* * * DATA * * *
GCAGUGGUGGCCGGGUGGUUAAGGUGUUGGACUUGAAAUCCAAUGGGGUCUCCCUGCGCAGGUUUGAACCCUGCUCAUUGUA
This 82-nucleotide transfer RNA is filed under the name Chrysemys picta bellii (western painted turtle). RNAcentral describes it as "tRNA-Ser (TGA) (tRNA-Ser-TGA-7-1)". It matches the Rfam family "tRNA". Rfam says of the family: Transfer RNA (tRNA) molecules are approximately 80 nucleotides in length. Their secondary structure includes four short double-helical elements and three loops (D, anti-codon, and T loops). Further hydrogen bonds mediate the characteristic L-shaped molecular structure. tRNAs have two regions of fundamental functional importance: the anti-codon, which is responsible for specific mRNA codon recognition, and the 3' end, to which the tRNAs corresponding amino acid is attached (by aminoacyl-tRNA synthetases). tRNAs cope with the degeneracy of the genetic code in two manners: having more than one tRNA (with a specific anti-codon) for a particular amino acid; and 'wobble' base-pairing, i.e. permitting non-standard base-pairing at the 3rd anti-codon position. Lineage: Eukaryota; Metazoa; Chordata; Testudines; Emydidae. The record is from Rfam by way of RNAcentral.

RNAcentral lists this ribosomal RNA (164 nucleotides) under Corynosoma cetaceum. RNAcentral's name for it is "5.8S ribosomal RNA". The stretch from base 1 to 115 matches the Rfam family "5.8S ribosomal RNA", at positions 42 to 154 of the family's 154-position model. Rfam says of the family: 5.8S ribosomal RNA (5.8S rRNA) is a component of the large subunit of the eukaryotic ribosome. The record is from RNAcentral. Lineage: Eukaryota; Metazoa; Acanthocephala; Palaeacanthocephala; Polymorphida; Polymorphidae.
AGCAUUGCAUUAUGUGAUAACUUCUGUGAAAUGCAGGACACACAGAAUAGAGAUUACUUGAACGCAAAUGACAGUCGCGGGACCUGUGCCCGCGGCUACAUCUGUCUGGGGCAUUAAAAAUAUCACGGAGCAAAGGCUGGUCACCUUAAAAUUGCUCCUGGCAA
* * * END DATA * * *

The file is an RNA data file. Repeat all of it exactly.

GCAGUGGUGGCCGGGUGGUUAAGGUGUUGGACUUGAAAUCCAAUGGGGUCUCCCUGCGCAGGUUUGAACCCUGCUCAUUGUA
This 82-nucleotide transfer RNA is filed under the name Chrysemys picta bellii (western painted turtle). RNAcentral describes it as "tRNA-Ser (TGA) (tRNA-Ser-TGA-7-1)". It matches the Rfam family "tRNA". Rfam says of the family: Transfer RNA (tRNA) molecules are approximately 80 nucleotides in length. Their secondary structure includes four short double-helical elements and three loops (D, anti-codon, and T loops). Further hydrogen bonds mediate the characteristic L-shaped molecular structure. tRNAs have two regions of fundamental functional importance: the anti-codon, which is responsible for specific mRNA codon recognition, and the 3' end, to which the tRNAs corresponding amino acid is attached (by aminoacyl-tRNA synthetases). tRNAs cope with the degeneracy of the genetic code in two manners: having more than one tRNA (with a specific anti-codon) for a particular amino acid; and 'wobble' base-pairing, i.e. permitting non-standard base-pairing at the 3rd anti-codon position. Lineage: Eukaryota; Metazoa; Chordata; Testudines; Emydidae. The record is from Rfam by way of RNAcentral.

RNAcentral lists this ribosomal RNA (164 nucleotides) under Corynosoma cetaceum. RNAcentral's name for it is "5.8S ribosomal RNA". The stretch from base 1 to 115 matches the Rfam family "5.8S ribosomal RNA", at positions 42 to 154 of the family's 154-position model. Rfam says of the family: 5.8S ribosomal RNA (5.8S rRNA) is a component of the large subunit of the eukaryotic ribosome. The record is from RNAcentral. Lineage: Eukaryota; Metazoa; Acanthocephala; Palaeacanthocephala; Polymorphida; Polymorphidae.
AGCAUUGCAUUAUGUGAUAACUUCUGUGAAAUGCAGGACACACAGAAUAGAGAUUACUUGAACGCAAAUGACAGUCGCGGGACCUGUGCCCGCGGCUACAUCUGUCUGGGGCAUUAAAAAUAUCACGGAGCAAAGGCUGGUCACCUUAAAAUUGCUCCUGGCAA